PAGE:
Lawrence Harbison, The Playfixer, brings you up to date with what’s hot and what’s not in New York. This week, Larry reports on BRING IT ON, CHAPLIN, FORBIDDEN BROADWAY: ALIVE AND KICKING, COUGAR , THE ANDERSON TWINS PLAY THE FABULOUS DORSEYS, MARY BROOME, RED-HANDED OTTER, HEARTLESS and THE TRAIN DRIVER. 

Bring It On! At the St. James Theatre, this season’s first Broadway musical, has started the season off with a bang. High school cheerleading has sure progressed since the long ago days of yesteryear when I was a teen; although, to be honest, the teen I was once is still part of me – which may be one of the reasons why I enjoyed this show so much. 

Apparently, cheerleading now involves gymnastics, acrobatics and high-pressure competitions. Our heroine, Campbell, has dreams of winning the national championship; until, that is, she is mysteriously transferred from her suburban school to an inner city one. Turns out, book writer Jeff Whitty has provided an Eve Harrington-like villain (her name is even Eva), who has connived so that Campbell is out of the way so she can become captain of the cheerleading squad, while Campbell finds herself stuck, one of the few white kids, in a school with no squad. Will Campbell manage to fit in? Will she manage to persuade her rowdy new classmates to form a squad and take on her former school? 

Whitty’s book is snappy and clever, and the songs (Music: Tom Kitt/Lin Manuel Miranda; Lyrics: Miranda and Amanda Green) are terrific. Andy Blankenbuehler’s direction and choreography are great as well. Taylor Louderman is delightful as Campbell, as is Adrienne Warren as Danielle, her nemesis at her new school who finally agrees to help Campbell in her glorious quest to form a top-notch cheerleading squad. In fact, all the young performers in the show are great. 

The plan is to run this for a while on Broadway and then take it out on a national tour. Once high school kids and drama directors get a load of it, I expect it will become one of the most-produced shows in schools.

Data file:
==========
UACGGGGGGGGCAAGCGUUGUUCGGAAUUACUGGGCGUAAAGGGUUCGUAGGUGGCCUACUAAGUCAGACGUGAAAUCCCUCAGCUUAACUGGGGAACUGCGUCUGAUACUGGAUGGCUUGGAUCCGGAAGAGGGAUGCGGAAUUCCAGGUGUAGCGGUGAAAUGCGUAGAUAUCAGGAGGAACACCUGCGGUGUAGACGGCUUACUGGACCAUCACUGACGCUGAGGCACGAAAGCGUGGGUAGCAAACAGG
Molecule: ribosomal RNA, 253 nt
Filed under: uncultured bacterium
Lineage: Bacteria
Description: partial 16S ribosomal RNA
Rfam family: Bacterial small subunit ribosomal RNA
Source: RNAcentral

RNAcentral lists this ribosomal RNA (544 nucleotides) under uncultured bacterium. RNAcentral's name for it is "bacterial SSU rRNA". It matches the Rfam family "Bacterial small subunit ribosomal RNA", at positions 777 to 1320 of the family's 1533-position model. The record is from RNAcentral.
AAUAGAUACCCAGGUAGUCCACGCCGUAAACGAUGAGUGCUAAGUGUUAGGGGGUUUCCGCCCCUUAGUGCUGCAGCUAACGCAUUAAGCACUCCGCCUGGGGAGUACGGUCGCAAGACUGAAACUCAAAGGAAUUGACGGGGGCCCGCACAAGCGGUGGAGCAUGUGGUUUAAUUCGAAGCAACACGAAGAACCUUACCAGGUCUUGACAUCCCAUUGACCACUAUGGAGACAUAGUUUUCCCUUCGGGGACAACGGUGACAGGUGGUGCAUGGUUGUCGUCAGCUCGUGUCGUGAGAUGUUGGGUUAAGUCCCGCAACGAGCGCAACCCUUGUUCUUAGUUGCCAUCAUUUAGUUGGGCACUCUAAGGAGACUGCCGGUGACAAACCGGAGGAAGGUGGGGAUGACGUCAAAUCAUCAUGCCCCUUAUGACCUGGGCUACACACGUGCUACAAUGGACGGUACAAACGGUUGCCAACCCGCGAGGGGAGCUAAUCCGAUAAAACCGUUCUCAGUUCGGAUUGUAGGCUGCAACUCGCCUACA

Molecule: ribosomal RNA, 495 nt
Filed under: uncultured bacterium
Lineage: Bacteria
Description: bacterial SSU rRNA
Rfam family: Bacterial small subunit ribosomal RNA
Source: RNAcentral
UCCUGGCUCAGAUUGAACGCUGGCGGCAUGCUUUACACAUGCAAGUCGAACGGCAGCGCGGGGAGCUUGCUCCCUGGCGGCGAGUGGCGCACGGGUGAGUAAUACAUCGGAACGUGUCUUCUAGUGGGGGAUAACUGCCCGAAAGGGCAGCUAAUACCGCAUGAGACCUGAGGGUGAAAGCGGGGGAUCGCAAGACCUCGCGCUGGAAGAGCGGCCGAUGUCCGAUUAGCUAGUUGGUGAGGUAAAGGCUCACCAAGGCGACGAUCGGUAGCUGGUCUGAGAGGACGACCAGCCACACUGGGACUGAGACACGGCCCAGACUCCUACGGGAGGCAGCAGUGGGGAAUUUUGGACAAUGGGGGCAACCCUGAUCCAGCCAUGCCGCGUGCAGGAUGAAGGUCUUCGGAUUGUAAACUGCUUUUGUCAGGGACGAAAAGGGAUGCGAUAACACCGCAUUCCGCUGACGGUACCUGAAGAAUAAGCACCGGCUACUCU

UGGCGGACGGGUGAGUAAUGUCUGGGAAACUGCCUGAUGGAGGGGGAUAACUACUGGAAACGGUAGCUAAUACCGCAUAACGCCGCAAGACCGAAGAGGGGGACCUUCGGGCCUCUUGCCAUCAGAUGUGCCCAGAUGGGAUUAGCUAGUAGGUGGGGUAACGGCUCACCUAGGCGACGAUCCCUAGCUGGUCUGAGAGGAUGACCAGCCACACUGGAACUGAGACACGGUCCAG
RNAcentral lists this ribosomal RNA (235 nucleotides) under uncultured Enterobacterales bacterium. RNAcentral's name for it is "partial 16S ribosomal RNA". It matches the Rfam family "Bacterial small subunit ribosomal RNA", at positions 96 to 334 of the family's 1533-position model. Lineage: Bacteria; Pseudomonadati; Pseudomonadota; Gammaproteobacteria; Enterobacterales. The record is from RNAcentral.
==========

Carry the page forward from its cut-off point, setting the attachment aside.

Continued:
Chaplin, at the Barrymore Theatre, has gotten rather dismissive reviews. It deserves better. The book, by Christopher Curtis and Thomas Meehan, is brilliant, and Christopher Curtis’ songs are wonderful. Director/choreographer Warren Carlyle has fashioned a very cinematic production, almost all in black, white and gray. You’d think this would get tiresome, but the costume designs by Amy Clark and the late Martin Pakledinaz are endlessly inventive. 

But the main reason to see this show is the simply astonishing performance by Rob McClure as Charlie Chaplin. You won’t believe what you’re seeing. 

Chaplin looks to be this season’s Bonnie & Clyde – a terrific crowd-pleaser which may not run very long because a handful of cultural ayatollahs scorned it. Don’t pay any attention to them. 

After a three-year hiatus, Gerard Alessandrini’s back with a new edition of Forbidden Broadway at the 47th St. Theatre, Forbidden Broadway: Alive and Kicking, which is one of the best FBs I have seen in many a year. One can always count on Alessandrini for brilliantly witty skewers of current and recent Broadway shows, and you’ll get a lot of these here; but what really carries the show is his brilliant cast, in hilarious costumes by Philip Heckman. Nothing is sacred for Alessandrini, even Broadway darlings like Sutton Foster and Patti Lupone. Alessandrini, in the tradition of many great theatrical satirists going back to Aristophanes, makes fun of the present, which he feels is a pale imitation of the Good Old Days. That may or may not be true; but even if you loved some of the shows and performances he lampoons, or even if you haven’t seen them, you’ll have a rollicking good time. 

While not as across-the-board fun as Forbidden Broadway, Cougar, at Theatre at St. Luke’s, is surprisingly good. I say “surprisingly” because a musical about 40-ish woman in pursuit of sex with young men sounds, well, tacky. Sometimes it is; but it won me over anyway with its fun mix of amusing lyrics by Donna Moore (with several different composers), its witty staging by Lynne Taylor-Corbett and the winning performances by Catherine Porter, Brenda Braxton and Babs Winn as the three cougars and Danny Bernhardy, who plays various male roles as well as a chatty nails lady.